Tuesday, December 18, 2012

What does Jesus want for Christmas? #9 Carols

In the few minutes allotted to me during Sunday’s Lessons & Carols, I tried to reflect on the simple fact that we have a special genre of songs known as “carols.” There isn’t a narrow style or instrumentation that makes a carol a carol – and carols are beloved by fans of classical, rock, country, maybe even hip hop. It’s the time of year, and the content.


It’s also the way everybody knows Silent Night, or Joy to the World, or O Little Town of Bethlehem, and you can sing along; in fact, it’s hard not to sing along. Never is music more unifying, never do we feel so deeply that we are part of something larger than ourselves. Carols are evocative of home, warmth in the cold, light on even the longest of nights.

Way too many artists have recorded Christmas albums. Bob Dylan’s must be the worst… I listened to some of Johnny Cash’s gravelly, smoky versions of carols the other day after reading a Time article chronicling his career: “He sang of specific injustices and eternal truths; he was the deadpan poet of cotton fields, truck stops and prisons. He was a balladeer, a spellbinding storyteller – a witness. Here was a man who knew the commandments because he had broken so many of them.”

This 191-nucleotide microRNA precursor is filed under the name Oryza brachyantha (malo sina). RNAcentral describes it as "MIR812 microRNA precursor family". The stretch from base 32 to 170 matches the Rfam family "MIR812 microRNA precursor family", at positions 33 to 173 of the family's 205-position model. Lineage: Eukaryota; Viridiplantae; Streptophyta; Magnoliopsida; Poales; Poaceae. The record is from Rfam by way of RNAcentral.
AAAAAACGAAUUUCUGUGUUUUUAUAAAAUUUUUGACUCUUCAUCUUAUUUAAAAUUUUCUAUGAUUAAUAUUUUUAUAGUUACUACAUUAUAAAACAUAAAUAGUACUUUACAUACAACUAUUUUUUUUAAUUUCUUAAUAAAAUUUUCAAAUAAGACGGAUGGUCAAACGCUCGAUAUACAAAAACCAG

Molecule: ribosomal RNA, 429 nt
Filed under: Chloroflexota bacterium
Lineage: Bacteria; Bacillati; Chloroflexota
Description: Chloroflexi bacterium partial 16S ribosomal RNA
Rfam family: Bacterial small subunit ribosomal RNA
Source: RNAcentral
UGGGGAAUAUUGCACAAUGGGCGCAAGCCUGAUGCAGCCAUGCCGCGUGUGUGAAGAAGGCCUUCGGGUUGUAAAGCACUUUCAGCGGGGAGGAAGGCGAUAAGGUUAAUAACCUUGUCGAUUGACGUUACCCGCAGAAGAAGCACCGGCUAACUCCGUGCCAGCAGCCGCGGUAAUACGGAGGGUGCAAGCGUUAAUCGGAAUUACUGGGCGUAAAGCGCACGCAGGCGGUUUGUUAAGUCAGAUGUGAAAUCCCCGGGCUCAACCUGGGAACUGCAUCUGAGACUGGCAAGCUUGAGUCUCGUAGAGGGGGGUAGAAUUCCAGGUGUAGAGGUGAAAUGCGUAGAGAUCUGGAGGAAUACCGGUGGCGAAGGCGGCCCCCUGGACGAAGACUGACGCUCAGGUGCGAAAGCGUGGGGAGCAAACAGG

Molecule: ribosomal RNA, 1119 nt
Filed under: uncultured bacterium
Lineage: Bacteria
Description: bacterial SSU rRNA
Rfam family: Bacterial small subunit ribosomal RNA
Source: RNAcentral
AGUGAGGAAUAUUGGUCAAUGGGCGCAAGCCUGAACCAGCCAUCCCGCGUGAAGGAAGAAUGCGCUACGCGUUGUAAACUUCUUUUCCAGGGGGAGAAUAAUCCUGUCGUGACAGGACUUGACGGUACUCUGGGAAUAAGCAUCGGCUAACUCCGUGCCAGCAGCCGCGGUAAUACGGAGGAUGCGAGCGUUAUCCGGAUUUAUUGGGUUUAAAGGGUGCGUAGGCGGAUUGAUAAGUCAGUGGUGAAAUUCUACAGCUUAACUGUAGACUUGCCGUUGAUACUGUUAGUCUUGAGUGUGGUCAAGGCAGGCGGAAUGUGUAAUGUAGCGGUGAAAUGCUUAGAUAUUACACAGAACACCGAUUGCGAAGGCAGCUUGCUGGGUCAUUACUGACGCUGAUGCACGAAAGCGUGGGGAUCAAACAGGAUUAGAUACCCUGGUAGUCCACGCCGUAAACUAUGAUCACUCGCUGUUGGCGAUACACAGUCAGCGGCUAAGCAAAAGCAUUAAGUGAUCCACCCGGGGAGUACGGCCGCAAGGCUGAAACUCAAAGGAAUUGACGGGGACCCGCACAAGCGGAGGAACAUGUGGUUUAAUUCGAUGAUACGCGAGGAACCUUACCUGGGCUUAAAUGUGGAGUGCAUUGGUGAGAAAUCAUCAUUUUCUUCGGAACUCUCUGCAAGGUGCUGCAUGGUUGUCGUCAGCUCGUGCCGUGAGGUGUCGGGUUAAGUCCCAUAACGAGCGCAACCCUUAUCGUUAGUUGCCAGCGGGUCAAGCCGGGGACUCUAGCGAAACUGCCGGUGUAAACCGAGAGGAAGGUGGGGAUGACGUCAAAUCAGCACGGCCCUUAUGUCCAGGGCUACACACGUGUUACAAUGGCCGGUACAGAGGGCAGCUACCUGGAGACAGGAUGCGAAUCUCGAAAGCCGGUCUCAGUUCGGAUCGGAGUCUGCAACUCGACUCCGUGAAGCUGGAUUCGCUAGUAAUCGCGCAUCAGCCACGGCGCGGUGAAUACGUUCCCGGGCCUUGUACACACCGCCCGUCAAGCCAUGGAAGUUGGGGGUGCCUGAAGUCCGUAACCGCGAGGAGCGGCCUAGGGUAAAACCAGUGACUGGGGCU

Roseanne, his daughter, said his music “combined both elements of light and dark at the same time without negating the other.” I like that, and am reminded of something the great theologian Karl Barth wrote about “God’s harmony,” which is not just light, but also darkness, or the hope discovered in the interplay of the two: “Shadow is not darkness, deficiency is not defeat, sadness cannot become despair, trouble cannot degenerate into tragedy. The light shines all the more brightly because it breaks forth from the shadow. Life does not fear death but knows it well.”

That’s the lesson: a bright angel appearing out of nowhere, swaddling clothes in a shadowy manger, the magi chasing a star. “The light shines in the darkness” (John 1:5).  That's why Jesus loves carols.

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